Life after the vaccine: How soon will we get back to normal?

As people across the D.C. region roll up their sleeves to get the vaccine, many are wondering what is safe to do after getting the shot and what should you still avoid?

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FOX 5 posed questions to different health experts about what they will and won’t do post-vaccination:

1. Would you get on an airplane or train?

• Dr. Amesh Adalja: "Yes, I would."

• Dr. Amira Roess: "I would only get on an airplane or train if it were really critical that I traveled so for vacation I still wouldn’t do that i would wait longer for community transmission rate to decrease and I’d want more people to get vaccinated before i feel comfortable getting on a train or a plane for pleasure and always wear the mask and social distance when you travel."

2. Would you eat indoors?

• Dr. Amesh Adalja: "Yes, I would."

• Dr. Amira Roess: "I’m happy to pick up take out, I do that a far bit, but I will not eat indoors at a restaurant."

3.  Would you go to the gym?

• Dr. Amesh Adalja: "Yes, I would."

• Dr. Amira Roess: "Right now, I really would not."

4. Would you gather with friends inside?

• Dr. Amesh Adalja: "Yes, I would."

• Dr. Amira Roess: "Not indoors unless they are in my pod and I only have two families in my pod."

READ MORE: After COVID-19 vaccination, is it safe to visit with friends and loved ones?

If you’re wondering if it is okay to hug your grandma, grandpa, or loved ones – they both said yes, but just keep the interaction short and sweet.

The vaccine may be a shot of relief to some, but the reality is – life will continue to look different for a while.

"To get back to normal or as close to 2019 as we can get, I think we’re looking into the summer when you have when we’re closer to that herd immunity threshold. It will be a step-wide, gradual move. It’s not going to be one day that everything is back to normal. It’s going to be over time, certain restrictions starting to get lifted as more people get vaccinated as we have less people in the hospital with COVID-19 and this becomes less of a public health emergency," said Dr. Adalja.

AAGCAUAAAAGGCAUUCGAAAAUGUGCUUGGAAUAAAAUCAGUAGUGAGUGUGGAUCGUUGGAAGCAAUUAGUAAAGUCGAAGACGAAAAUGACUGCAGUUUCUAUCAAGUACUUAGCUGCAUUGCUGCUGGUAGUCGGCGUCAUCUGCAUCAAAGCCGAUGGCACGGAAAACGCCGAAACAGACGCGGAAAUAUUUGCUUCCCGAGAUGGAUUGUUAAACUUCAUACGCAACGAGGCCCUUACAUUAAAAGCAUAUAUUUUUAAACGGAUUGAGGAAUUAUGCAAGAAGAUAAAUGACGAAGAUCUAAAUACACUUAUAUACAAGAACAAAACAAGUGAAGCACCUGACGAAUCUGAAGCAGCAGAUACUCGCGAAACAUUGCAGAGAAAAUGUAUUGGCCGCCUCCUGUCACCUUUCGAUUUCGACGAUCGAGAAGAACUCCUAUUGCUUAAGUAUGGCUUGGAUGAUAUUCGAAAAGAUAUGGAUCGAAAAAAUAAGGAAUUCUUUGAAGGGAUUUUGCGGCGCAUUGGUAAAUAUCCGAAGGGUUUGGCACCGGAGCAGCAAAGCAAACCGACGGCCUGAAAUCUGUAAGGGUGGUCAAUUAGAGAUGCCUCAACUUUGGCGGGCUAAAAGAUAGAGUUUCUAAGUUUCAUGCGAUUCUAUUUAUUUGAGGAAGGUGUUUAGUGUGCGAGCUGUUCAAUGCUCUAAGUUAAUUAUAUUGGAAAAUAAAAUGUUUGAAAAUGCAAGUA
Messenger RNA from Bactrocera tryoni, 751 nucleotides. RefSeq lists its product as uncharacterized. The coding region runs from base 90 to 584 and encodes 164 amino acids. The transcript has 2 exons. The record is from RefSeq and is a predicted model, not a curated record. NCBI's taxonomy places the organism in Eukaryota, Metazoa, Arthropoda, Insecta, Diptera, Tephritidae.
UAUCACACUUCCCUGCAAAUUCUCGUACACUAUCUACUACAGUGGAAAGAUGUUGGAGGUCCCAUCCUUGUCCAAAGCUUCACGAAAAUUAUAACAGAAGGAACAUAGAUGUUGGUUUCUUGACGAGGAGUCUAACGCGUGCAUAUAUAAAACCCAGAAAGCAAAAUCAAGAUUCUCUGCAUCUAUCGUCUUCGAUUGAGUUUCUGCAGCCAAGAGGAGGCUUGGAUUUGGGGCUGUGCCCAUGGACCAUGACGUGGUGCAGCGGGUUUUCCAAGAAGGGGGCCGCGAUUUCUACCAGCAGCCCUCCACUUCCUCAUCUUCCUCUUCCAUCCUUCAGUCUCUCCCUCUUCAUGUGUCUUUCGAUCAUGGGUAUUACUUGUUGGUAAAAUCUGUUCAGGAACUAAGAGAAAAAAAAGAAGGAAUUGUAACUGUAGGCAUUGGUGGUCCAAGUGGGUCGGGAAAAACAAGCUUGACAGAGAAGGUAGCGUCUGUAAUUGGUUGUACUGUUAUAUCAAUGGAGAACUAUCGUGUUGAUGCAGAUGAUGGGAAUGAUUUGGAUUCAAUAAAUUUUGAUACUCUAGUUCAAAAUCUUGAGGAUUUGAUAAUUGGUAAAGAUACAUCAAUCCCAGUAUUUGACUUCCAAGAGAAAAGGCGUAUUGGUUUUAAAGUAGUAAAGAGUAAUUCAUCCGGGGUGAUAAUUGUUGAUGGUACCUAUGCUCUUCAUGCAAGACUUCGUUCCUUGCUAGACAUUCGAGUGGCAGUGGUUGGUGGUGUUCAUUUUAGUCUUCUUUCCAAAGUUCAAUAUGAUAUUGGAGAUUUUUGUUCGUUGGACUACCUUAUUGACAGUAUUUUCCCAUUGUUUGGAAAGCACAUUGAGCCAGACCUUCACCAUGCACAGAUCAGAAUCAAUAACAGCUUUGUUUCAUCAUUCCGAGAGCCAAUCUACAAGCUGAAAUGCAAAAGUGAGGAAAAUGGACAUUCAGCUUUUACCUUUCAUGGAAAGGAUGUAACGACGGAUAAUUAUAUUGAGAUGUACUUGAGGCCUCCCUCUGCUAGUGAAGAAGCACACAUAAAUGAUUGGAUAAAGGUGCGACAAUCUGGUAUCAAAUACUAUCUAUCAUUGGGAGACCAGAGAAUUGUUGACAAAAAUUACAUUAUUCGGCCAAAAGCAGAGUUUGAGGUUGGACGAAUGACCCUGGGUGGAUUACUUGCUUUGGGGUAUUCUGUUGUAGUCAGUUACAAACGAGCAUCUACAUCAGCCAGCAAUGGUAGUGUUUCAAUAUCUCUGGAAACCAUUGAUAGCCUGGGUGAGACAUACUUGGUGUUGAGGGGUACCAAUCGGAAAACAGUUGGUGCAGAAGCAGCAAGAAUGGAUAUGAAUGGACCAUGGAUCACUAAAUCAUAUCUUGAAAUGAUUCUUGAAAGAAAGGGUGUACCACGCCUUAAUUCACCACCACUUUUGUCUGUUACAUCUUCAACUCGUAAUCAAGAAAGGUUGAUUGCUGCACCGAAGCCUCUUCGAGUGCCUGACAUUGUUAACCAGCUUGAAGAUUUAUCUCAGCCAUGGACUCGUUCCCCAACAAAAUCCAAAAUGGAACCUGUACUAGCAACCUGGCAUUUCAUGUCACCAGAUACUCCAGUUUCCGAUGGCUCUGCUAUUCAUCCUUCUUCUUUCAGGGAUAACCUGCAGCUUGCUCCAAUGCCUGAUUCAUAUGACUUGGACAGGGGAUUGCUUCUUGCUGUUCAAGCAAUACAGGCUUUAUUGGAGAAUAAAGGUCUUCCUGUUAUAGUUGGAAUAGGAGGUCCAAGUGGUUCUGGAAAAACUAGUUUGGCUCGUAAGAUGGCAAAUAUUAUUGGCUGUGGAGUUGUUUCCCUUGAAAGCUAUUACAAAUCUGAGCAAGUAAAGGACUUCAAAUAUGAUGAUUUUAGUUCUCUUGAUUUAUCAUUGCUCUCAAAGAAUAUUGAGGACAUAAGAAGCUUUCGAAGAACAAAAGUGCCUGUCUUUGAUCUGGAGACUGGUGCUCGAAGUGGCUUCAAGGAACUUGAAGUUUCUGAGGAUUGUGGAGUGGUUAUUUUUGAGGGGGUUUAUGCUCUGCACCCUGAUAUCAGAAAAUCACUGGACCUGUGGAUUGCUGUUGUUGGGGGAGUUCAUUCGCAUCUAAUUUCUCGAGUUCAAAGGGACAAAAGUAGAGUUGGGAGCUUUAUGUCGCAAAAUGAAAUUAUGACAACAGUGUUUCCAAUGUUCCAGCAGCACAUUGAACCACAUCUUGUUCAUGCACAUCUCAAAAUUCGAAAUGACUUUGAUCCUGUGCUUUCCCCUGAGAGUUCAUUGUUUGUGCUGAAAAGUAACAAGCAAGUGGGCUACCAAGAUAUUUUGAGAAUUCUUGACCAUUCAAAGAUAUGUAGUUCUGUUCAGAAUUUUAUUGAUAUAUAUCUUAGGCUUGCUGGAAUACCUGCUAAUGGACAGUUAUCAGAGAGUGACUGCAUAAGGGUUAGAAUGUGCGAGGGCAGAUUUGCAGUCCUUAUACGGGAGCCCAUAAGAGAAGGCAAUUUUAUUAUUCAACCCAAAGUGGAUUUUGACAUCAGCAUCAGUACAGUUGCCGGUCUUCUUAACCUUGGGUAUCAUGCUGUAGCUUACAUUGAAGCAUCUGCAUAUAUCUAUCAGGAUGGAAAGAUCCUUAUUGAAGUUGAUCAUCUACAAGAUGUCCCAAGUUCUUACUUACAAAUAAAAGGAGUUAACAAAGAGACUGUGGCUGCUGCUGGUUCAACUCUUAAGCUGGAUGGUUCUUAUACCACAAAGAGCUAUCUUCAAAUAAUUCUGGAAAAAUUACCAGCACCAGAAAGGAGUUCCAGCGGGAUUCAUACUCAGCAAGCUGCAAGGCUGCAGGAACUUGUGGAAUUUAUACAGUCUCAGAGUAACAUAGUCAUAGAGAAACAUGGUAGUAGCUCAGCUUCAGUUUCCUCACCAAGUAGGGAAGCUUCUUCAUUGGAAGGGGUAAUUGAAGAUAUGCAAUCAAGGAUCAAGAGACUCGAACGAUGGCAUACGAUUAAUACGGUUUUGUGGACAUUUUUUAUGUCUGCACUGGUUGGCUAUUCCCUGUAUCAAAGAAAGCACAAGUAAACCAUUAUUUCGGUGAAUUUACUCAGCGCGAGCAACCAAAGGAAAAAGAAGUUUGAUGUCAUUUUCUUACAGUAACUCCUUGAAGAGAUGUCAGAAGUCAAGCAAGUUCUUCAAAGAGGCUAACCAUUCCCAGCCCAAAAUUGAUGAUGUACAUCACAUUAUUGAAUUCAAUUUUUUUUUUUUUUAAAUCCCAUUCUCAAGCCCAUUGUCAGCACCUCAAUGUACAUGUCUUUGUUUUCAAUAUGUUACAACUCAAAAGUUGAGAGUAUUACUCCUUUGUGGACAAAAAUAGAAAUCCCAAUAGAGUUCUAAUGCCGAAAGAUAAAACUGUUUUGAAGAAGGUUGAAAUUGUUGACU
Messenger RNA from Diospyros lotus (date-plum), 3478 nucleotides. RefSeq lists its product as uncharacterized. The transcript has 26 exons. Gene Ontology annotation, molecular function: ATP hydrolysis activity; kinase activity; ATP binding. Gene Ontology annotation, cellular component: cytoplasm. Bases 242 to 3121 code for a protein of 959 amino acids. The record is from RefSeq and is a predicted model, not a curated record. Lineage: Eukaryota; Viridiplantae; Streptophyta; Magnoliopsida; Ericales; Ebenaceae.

READ MORE: Maryland company working to accelerate coronavirus vaccine production

Dr. Adalja said vaccinated people don’t pose a risk to each other and can resume activities as they did before the pandemic started. However, when you’re around people who have not been vaccinated, it is important be a little more careful.

While the chance of getting sick is low after getting the shot, you could be a silent carrier and spread the virus to others.

Dr. Adalja said the goal of the vaccination process is to be able to better control COVID-19 because it’s not going away. It will continue to be a seasonal respiratory virus.

"Vaccines are the path back to normalcy. We have to be careful not to undersell the vaccines because people aren’t going to want to get the vaccines if they think nothing changes for them. Things are going to change. It’s going to take some time for data to accrue and more people to get vaccinated. What these vaccines do is to help people from getting severe disease," said Dr. Adalja.

READ MORE: Virginia launches statewide COVID-19 vaccine registration system

He adds when we see less hospitalizations and deaths, that is when we may see health experts and Governors start to loosen coronavirus restrictions.

Even when that happens, masks, hand washing, and social distancing are still important. According to health experts, if you are exposed to COVID-19 after being vaccinated, you no longer have to quarantine.